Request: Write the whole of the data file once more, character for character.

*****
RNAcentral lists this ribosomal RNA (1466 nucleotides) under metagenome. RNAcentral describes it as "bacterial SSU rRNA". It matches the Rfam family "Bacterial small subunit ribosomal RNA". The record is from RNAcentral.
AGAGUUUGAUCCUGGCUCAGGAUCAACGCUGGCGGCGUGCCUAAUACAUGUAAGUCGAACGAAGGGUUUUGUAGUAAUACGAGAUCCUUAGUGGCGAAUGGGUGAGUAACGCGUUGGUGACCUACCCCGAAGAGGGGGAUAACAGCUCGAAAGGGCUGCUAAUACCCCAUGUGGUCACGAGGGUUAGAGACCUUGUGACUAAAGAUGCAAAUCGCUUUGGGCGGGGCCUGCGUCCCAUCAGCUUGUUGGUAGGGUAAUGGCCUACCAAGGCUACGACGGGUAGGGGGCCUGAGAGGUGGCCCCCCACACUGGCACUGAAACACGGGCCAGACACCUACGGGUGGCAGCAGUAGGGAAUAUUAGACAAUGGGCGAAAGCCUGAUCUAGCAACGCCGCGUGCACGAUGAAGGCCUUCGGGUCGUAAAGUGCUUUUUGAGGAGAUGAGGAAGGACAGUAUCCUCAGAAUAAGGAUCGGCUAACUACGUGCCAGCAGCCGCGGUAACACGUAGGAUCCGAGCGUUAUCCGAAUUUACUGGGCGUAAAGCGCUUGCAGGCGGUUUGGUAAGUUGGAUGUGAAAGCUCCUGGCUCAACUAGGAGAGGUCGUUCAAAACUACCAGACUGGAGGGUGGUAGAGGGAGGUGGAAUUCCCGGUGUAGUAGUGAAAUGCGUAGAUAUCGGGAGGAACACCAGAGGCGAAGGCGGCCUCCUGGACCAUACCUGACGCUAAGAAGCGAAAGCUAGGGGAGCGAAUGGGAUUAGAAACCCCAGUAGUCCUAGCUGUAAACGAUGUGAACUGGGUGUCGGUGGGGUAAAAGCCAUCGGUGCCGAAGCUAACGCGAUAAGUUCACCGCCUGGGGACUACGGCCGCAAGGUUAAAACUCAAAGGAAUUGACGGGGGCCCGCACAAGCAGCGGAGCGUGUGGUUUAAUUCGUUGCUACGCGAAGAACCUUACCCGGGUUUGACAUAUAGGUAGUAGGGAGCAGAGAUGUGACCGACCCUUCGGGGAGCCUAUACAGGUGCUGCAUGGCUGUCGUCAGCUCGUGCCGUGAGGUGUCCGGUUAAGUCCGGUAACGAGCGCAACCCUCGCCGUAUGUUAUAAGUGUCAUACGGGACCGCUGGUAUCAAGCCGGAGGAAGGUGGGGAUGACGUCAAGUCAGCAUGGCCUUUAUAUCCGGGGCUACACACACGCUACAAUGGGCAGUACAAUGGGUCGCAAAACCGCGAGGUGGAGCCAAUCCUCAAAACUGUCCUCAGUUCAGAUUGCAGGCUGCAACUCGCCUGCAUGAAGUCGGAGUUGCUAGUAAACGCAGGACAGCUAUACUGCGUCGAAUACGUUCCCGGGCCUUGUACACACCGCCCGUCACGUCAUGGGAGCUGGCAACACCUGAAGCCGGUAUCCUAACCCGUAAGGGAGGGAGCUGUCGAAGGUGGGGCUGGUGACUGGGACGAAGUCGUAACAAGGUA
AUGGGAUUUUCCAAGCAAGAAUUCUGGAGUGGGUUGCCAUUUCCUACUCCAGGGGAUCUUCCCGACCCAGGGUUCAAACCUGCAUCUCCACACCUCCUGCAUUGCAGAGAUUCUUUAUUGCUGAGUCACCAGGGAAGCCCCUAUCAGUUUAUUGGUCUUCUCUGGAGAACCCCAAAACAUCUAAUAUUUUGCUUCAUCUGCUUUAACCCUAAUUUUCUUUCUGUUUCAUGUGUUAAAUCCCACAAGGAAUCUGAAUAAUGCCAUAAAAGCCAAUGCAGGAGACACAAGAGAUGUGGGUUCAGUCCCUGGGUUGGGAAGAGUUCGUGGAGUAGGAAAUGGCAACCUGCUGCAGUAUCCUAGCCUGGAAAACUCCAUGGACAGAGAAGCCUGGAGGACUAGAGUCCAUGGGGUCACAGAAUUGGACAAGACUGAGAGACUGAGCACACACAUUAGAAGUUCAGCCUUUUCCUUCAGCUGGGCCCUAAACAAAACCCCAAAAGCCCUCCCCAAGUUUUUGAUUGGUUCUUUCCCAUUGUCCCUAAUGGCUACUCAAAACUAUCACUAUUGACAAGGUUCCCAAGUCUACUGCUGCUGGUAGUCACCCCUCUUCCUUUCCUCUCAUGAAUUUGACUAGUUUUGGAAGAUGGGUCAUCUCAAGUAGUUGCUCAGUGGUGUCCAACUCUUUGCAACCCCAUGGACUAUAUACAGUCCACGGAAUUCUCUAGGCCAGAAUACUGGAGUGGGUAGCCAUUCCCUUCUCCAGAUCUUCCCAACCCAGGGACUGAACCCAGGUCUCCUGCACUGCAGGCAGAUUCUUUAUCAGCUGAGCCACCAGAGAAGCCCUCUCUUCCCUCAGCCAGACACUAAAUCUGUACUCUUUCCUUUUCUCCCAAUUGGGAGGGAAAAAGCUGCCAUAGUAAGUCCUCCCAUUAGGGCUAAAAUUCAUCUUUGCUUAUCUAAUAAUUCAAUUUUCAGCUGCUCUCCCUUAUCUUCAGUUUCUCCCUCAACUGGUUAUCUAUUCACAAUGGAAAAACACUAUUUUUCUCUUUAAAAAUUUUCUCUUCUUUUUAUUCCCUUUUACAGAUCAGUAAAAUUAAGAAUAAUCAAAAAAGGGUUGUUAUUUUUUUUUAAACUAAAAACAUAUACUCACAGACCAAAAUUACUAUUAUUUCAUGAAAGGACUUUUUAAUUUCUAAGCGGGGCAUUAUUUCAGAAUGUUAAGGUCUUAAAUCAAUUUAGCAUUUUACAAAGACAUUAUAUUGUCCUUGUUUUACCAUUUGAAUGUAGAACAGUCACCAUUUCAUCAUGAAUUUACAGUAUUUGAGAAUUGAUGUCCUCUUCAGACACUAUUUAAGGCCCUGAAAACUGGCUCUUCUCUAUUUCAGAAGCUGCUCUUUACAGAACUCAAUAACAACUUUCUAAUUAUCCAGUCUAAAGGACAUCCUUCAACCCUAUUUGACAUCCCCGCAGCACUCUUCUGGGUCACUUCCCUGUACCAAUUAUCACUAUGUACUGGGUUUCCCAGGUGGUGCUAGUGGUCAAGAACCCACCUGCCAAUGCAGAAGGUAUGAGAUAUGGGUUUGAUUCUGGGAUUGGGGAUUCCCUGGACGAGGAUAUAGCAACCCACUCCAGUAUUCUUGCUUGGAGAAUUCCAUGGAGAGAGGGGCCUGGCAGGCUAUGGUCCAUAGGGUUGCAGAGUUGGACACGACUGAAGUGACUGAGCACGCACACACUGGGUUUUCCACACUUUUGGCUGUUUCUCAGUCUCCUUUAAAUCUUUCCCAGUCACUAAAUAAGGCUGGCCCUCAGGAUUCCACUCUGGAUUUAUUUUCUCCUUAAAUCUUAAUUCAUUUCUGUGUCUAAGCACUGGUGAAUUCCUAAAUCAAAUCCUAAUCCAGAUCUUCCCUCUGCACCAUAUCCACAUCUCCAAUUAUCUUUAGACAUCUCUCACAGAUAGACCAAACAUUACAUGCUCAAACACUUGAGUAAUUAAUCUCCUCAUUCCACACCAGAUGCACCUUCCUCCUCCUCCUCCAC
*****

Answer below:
RNAcentral lists this ribosomal RNA (1466 nucleotides) under metagenome. RNAcentral describes it as "bacterial SSU rRNA". It matches the Rfam family "Bacterial small subunit ribosomal RNA". The record is from RNAcentral.
AGAGUUUGAUCCUGGCUCAGGAUCAACGCUGGCGGCGUGCCUAAUACAUGUAAGUCGAACGAAGGGUUUUGUAGUAAUACGAGAUCCUUAGUGGCGAAUGGGUGAGUAACGCGUUGGUGACCUACCCCGAAGAGGGGGAUAACAGCUCGAAAGGGCUGCUAAUACCCCAUGUGGUCACGAGGGUUAGAGACCUUGUGACUAAAGAUGCAAAUCGCUUUGGGCGGGGCCUGCGUCCCAUCAGCUUGUUGGUAGGGUAAUGGCCUACCAAGGCUACGACGGGUAGGGGGCCUGAGAGGUGGCCCCCCACACUGGCACUGAAACACGGGCCAGACACCUACGGGUGGCAGCAGUAGGGAAUAUUAGACAAUGGGCGAAAGCCUGAUCUAGCAACGCCGCGUGCACGAUGAAGGCCUUCGGGUCGUAAAGUGCUUUUUGAGGAGAUGAGGAAGGACAGUAUCCUCAGAAUAAGGAUCGGCUAACUACGUGCCAGCAGCCGCGGUAACACGUAGGAUCCGAGCGUUAUCCGAAUUUACUGGGCGUAAAGCGCUUGCAGGCGGUUUGGUAAGUUGGAUGUGAAAGCUCCUGGCUCAACUAGGAGAGGUCGUUCAAAACUACCAGACUGGAGGGUGGUAGAGGGAGGUGGAAUUCCCGGUGUAGUAGUGAAAUGCGUAGAUAUCGGGAGGAACACCAGAGGCGAAGGCGGCCUCCUGGACCAUACCUGACGCUAAGAAGCGAAAGCUAGGGGAGCGAAUGGGAUUAGAAACCCCAGUAGUCCUAGCUGUAAACGAUGUGAACUGGGUGUCGGUGGGGUAAAAGCCAUCGGUGCCGAAGCUAACGCGAUAAGUUCACCGCCUGGGGACUACGGCCGCAAGGUUAAAACUCAAAGGAAUUGACGGGGGCCCGCACAAGCAGCGGAGCGUGUGGUUUAAUUCGUUGCUACGCGAAGAACCUUACCCGGGUUUGACAUAUAGGUAGUAGGGAGCAGAGAUGUGACCGACCCUUCGGGGAGCCUAUACAGGUGCUGCAUGGCUGUCGUCAGCUCGUGCCGUGAGGUGUCCGGUUAAGUCCGGUAACGAGCGCAACCCUCGCCGUAUGUUAUAAGUGUCAUACGGGACCGCUGGUAUCAAGCCGGAGGAAGGUGGGGAUGACGUCAAGUCAGCAUGGCCUUUAUAUCCGGGGCUACACACACGCUACAAUGGGCAGUACAAUGGGUCGCAAAACCGCGAGGUGGAGCCAAUCCUCAAAACUGUCCUCAGUUCAGAUUGCAGGCUGCAACUCGCCUGCAUGAAGUCGGAGUUGCUAGUAAACGCAGGACAGCUAUACUGCGUCGAAUACGUUCCCGGGCCUUGUACACACCGCCCGUCACGUCAUGGGAGCUGGCAACACCUGAAGCCGGUAUCCUAACCCGUAAGGGAGGGAGCUGUCGAAGGUGGGGCUGGUGACUGGGACGAAGUCGUAACAAGGUA
AUGGGAUUUUCCAAGCAAGAAUUCUGGAGUGGGUUGCCAUUUCCUACUCCAGGGGAUCUUCCCGACCCAGGGUUCAAACCUGCAUCUCCACACCUCCUGCAUUGCAGAGAUUCUUUAUUGCUGAGUCACCAGGGAAGCCCCUAUCAGUUUAUUGGUCUUCUCUGGAGAACCCCAAAACAUCUAAUAUUUUGCUUCAUCUGCUUUAACCCUAAUUUUCUUUCUGUUUCAUGUGUUAAAUCCCACAAGGAAUCUGAAUAAUGCCAUAAAAGCCAAUGCAGGAGACACAAGAGAUGUGGGUUCAGUCCCUGGGUUGGGAAGAGUUCGUGGAGUAGGAAAUGGCAACCUGCUGCAGUAUCCUAGCCUGGAAAACUCCAUGGACAGAGAAGCCUGGAGGACUAGAGUCCAUGGGGUCACAGAAUUGGACAAGACUGAGAGACUGAGCACACACAUUAGAAGUUCAGCCUUUUCCUUCAGCUGGGCCCUAAACAAAACCCCAAAAGCCCUCCCCAAGUUUUUGAUUGGUUCUUUCCCAUUGUCCCUAAUGGCUACUCAAAACUAUCACUAUUGACAAGGUUCCCAAGUCUACUGCUGCUGGUAGUCACCCCUCUUCCUUUCCUCUCAUGAAUUUGACUAGUUUUGGAAGAUGGGUCAUCUCAAGUAGUUGCUCAGUGGUGUCCAACUCUUUGCAACCCCAUGGACUAUAUACAGUCCACGGAAUUCUCUAGGCCAGAAUACUGGAGUGGGUAGCCAUUCCCUUCUCCAGAUCUUCCCAACCCAGGGACUGAACCCAGGUCUCCUGCACUGCAGGCAGAUUCUUUAUCAGCUGAGCCACCAGAGAAGCCCUCUCUUCCCUCAGCCAGACACUAAAUCUGUACUCUUUCCUUUUCUCCCAAUUGGGAGGGAAAAAGCUGCCAUAGUAAGUCCUCCCAUUAGGGCUAAAAUUCAUCUUUGCUUAUCUAAUAAUUCAAUUUUCAGCUGCUCUCCCUUAUCUUCAGUUUCUCCCUCAACUGGUUAUCUAUUCACAAUGGAAAAACACUAUUUUUCUCUUUAAAAAUUUUCUCUUCUUUUUAUUCCCUUUUACAGAUCAGUAAAAUUAAGAAUAAUCAAAAAAGGGUUGUUAUUUUUUUUUAAACUAAAAACAUAUACUCACAGACCAAAAUUACUAUUAUUUCAUGAAAGGACUUUUUAAUUUCUAAGCGGGGCAUUAUUUCAGAAUGUUAAGGUCUUAAAUCAAUUUAGCAUUUUACAAAGACAUUAUAUUGUCCUUGUUUUACCAUUUGAAUGUAGAACAGUCACCAUUUCAUCAUGAAUUUACAGUAUUUGAGAAUUGAUGUCCUCUUCAGACACUAUUUAAGGCCCUGAAAACUGGCUCUUCUCUAUUUCAGAAGCUGCUCUUUACAGAACUCAAUAACAACUUUCUAAUUAUCCAGUCUAAAGGACAUCCUUCAACCCUAUUUGACAUCCCCGCAGCACUCUUCUGGGUCACUUCCCUGUACCAAUUAUCACUAUGUACUGGGUUUCCCAGGUGGUGCUAGUGGUCAAGAACCCACCUGCCAAUGCAGAAGGUAUGAGAUAUGGGUUUGAUUCUGGGAUUGGGGAUUCCCUGGACGAGGAUAUAGCAACCCACUCCAGUAUUCUUGCUUGGAGAAUUCCAUGGAGAGAGGGGCCUGGCAGGCUAUGGUCCAUAGGGUUGCAGAGUUGGACACGACUGAAGUGACUGAGCACGCACACACUGGGUUUUCCACACUUUUGGCUGUUUCUCAGUCUCCUUUAAAUCUUUCCCAGUCACUAAAUAAGGCUGGCCCUCAGGAUUCCACUCUGGAUUUAUUUUCUCCUUAAAUCUUAAUUCAUUUCUGUGUCUAAGCACUGGUGAAUUCCUAAAUCAAAUCCUAAUCCAGAUCUUCCCUCUGCACCAUAUCCACAUCUCCAAUUAUCUUUAGACAUCUCUCACAGAUAGACCAAACAUUACAUGCUCAAACACUUGAGUAAUUAAUCUCCUCAUUCCACACCAGAUGCACCUUCCUCCUCCUCCUCCAC